I’ve always enjoyed my work in coding. Sure, some days it can be monotonous, frustrating, and terrible on my back and eyes, but more often than not I find myself elated to be able to intricately manipulate letters, numbers, symbols, and lines to form a beautiful new creation. Being able to see that same elation within the eyes of so many young and eager minds this past weekend, reminded me (once again) of what incredible opportunities we have to further technology and better our world.
University of California, Santa Barbara’s first annual beachside hackathon was held from January 30 to February 1 and hosted over 500 participants. The students came from all over California to both show and tell their own personal coding projects, as well as take a stab at some new ones. These giddy participants formed small groups to collaborate on fun new projects, some of which were even rewarded with cash or gadget prizes.
I had the awesome responsibility of judging several groups who’d use our exciting new Connected Mobile Experiences (CMX) 10.0 API. As many of you know, CMX 10.0 provides REST APIs for maps, location details and analytics information. The competition was tough, and each group brought ingenuity and infectious enthusiasm, but in the end we chose two top winners.
One of the winning teams had impressively developed a game called Virus. The objective of the game was that users methodically maneuvered in order to avoid other users who’d been “infected.” If the users failed to do so, they too would be plagued with the dreaded infection. The second winning team developed a game cleverly called, Where is Waldo, in which one player was designated to be Waldo, and other players scurried about to find him/her. The app would show the user if they were “hot or cold” based off their location in relation to Waldo. We absolutely treasure the students’ innovative ideas, and loved being a part of their discovery processes.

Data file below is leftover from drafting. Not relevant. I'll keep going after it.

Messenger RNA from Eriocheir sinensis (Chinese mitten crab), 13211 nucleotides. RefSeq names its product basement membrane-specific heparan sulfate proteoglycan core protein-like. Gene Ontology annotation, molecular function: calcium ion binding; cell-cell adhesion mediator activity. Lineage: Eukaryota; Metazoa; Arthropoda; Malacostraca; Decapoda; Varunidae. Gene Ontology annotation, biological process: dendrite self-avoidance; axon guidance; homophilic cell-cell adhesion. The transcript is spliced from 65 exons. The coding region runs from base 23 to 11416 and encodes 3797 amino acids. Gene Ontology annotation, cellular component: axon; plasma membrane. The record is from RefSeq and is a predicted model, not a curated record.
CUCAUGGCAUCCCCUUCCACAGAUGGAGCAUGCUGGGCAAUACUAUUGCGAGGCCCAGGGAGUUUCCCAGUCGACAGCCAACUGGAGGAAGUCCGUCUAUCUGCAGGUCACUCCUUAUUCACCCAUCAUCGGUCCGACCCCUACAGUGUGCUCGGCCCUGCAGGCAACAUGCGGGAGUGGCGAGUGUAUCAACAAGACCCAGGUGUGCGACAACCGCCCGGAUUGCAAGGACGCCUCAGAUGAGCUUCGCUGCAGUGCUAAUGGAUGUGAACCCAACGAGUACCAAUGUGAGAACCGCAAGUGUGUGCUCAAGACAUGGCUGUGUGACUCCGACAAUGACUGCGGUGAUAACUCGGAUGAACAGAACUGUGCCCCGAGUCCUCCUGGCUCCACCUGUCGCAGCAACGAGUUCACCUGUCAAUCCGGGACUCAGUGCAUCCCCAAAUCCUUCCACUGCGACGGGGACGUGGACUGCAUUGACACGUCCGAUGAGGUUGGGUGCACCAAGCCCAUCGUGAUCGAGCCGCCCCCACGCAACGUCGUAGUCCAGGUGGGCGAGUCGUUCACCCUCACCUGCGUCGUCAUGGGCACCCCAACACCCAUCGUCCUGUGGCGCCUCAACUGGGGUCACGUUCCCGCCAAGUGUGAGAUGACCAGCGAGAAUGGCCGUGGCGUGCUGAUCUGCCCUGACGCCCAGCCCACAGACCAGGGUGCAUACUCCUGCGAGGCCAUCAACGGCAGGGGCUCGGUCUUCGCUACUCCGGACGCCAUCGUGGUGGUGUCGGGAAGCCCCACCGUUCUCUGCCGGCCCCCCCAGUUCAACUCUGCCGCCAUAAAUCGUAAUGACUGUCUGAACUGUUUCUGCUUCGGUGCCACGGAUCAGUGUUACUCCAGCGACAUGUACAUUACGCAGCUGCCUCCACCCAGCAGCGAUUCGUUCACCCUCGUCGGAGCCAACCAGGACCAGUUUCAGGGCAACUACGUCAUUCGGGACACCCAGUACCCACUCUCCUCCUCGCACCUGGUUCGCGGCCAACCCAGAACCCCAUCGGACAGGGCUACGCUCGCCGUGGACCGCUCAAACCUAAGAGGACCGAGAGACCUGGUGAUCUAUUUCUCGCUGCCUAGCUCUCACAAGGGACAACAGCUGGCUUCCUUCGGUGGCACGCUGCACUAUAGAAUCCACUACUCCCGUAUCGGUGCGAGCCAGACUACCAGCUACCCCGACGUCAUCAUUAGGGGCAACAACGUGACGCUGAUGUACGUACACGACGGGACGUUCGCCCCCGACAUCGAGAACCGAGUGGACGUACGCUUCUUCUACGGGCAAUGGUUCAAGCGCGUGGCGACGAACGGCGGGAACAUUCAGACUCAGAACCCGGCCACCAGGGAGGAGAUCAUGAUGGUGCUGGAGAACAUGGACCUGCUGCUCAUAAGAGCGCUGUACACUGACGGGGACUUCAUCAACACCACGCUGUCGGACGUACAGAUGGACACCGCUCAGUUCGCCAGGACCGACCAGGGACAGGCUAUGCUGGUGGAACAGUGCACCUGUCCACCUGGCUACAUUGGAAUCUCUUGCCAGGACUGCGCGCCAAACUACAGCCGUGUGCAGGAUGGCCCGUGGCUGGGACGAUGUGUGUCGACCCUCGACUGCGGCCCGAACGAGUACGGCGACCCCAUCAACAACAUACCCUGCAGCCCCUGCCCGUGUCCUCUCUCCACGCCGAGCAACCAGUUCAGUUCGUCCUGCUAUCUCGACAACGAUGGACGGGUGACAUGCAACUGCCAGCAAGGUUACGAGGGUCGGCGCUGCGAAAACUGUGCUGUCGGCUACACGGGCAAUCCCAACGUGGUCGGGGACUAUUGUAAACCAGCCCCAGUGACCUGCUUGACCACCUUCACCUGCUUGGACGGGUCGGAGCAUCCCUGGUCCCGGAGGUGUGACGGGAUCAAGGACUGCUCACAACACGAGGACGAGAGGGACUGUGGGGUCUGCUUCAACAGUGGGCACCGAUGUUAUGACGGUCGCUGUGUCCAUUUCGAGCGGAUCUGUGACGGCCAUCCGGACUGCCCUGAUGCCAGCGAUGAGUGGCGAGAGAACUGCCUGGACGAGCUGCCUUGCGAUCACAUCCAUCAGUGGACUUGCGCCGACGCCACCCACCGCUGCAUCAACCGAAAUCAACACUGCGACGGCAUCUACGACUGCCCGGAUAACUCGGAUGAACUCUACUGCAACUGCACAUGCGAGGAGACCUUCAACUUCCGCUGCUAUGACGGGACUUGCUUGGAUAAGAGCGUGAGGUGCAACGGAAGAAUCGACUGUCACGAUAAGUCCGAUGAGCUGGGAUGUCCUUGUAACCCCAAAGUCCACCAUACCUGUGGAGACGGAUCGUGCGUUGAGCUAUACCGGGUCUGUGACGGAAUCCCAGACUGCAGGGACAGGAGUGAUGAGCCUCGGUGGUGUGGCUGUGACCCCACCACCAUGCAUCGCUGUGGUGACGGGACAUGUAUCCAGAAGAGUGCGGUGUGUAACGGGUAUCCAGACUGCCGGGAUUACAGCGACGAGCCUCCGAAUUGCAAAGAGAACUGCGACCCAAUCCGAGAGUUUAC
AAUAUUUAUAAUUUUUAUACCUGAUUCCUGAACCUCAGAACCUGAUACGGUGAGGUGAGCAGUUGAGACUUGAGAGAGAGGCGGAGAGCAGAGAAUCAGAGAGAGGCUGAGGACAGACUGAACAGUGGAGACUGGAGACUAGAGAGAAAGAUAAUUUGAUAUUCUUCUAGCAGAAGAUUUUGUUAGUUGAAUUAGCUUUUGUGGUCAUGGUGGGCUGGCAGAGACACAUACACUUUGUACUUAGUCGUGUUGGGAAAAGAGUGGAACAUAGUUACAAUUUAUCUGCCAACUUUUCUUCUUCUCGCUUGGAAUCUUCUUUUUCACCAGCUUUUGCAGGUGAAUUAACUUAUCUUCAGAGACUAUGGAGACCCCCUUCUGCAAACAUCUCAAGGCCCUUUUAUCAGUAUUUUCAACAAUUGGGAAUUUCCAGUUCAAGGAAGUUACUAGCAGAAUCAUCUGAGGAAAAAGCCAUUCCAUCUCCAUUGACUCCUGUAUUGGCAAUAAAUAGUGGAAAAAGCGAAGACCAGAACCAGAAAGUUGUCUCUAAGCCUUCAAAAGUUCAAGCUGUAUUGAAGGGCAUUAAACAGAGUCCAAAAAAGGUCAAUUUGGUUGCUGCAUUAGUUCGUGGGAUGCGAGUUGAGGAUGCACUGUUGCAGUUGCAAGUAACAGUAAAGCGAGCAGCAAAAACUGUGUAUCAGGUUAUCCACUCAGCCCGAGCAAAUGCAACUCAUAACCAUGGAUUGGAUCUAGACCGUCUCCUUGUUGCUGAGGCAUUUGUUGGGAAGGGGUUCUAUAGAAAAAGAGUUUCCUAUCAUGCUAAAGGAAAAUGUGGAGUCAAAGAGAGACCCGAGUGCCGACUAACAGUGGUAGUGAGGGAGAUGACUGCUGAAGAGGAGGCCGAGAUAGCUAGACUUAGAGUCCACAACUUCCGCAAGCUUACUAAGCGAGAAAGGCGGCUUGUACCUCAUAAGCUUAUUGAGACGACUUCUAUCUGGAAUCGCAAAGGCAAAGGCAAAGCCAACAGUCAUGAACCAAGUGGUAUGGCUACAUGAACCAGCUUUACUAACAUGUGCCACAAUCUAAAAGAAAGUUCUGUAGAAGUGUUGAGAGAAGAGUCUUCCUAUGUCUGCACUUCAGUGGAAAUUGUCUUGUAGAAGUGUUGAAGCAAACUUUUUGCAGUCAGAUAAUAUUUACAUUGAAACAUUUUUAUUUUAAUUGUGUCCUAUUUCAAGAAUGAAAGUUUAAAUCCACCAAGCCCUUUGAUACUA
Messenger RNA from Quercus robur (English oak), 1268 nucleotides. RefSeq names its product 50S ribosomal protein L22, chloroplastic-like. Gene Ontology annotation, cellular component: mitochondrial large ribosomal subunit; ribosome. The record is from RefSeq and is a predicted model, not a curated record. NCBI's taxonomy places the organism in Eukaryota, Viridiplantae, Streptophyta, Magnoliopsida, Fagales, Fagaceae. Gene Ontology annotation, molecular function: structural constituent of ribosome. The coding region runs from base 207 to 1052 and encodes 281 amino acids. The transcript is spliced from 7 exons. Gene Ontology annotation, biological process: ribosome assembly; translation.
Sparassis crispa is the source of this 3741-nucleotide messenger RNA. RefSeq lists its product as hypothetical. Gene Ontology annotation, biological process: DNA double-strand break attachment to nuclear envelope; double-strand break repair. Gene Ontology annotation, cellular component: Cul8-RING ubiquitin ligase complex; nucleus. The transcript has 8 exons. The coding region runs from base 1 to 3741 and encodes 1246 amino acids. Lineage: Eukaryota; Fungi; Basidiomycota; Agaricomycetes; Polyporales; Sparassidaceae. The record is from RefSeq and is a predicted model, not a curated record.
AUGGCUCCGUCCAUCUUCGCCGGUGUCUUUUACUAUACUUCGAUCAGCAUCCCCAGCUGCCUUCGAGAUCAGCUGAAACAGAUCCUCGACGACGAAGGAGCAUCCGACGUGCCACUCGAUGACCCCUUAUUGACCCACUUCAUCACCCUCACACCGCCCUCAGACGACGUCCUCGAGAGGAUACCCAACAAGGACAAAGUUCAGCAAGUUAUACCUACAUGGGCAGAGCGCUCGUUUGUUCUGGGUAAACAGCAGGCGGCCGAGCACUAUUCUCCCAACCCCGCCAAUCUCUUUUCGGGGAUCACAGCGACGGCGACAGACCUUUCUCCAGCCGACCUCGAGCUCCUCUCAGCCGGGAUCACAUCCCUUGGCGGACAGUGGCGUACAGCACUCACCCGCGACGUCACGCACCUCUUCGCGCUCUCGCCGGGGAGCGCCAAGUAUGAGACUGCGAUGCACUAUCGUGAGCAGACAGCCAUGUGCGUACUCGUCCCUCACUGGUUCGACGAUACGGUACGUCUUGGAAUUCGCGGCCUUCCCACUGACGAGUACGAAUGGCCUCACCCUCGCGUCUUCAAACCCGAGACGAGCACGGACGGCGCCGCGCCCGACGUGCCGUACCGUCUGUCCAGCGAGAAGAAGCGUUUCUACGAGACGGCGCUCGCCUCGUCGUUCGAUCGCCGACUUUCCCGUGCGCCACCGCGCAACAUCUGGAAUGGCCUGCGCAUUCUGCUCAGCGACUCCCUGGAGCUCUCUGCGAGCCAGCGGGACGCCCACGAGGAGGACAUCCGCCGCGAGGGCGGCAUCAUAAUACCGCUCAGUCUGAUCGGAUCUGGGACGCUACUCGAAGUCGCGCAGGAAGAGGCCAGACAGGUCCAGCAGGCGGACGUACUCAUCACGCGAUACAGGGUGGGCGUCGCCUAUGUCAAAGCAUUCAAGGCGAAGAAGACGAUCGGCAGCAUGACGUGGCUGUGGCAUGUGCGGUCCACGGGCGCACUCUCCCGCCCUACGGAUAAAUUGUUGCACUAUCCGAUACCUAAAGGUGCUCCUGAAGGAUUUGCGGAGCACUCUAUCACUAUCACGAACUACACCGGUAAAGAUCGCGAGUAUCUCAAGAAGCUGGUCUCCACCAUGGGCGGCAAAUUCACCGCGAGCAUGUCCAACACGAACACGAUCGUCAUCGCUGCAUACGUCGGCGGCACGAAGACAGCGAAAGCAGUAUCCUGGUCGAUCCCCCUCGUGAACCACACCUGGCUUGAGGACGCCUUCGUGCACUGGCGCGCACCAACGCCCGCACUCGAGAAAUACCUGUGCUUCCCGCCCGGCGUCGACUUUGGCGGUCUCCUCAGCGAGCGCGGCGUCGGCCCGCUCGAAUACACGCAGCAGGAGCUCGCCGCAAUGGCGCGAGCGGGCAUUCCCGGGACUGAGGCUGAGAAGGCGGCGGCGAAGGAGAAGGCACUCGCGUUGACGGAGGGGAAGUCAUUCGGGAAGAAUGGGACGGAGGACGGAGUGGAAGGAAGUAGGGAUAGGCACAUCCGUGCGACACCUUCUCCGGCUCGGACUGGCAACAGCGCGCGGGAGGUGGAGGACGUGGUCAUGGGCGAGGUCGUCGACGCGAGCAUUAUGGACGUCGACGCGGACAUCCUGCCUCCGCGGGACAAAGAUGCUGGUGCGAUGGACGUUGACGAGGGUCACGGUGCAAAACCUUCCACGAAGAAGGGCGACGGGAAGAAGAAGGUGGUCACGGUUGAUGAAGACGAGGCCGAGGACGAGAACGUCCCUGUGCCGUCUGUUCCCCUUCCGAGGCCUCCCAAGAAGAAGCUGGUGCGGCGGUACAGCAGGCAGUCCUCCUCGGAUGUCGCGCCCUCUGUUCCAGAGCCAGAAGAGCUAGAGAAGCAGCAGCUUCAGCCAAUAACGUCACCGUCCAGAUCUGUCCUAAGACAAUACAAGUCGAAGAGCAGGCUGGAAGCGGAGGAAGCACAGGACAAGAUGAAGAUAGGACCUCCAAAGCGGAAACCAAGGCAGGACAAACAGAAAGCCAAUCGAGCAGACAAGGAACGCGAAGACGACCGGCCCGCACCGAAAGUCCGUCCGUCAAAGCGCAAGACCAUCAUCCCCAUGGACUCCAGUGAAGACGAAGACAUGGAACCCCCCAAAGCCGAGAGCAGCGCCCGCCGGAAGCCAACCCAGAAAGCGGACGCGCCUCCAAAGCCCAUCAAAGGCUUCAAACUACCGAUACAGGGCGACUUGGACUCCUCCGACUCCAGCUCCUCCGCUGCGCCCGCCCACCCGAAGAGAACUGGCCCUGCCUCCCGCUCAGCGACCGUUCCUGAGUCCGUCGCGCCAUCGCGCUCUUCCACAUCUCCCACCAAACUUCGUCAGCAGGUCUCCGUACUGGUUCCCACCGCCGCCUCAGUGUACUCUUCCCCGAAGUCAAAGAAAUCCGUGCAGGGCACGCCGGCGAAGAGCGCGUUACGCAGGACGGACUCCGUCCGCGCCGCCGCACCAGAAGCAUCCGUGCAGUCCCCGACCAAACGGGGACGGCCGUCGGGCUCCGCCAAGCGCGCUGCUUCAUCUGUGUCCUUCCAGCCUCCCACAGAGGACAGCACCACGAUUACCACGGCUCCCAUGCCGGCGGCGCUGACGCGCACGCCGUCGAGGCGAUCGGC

Cisco also hosted the wireless network service for the entire hackathon. A total of 26 Cisco access points were placed within the Main Tent and Corwin Pavilion Hall. Throughout the weekend, CMX 10.0 was running on our cloud server to track WiFi device activities occurring throughout the event. Just take a look at the WiFi activity heat map we captured. The top portion of the map is the Corwin Pavillion which, at its peak, held about 400 participants. The lower portion shows the Main Tent area which held about 200 people. We were thrilled with the data we were able to track and that we were able to see, yet again, CMX 10.0 in action.
The UCSB Hackathon was more than just a great opportunity for Cisco to show off our tools, it was an incredibly valuable opportunity for us to learn from tech’s rising generation. I look forward, with great anticipation, to what next year will bring!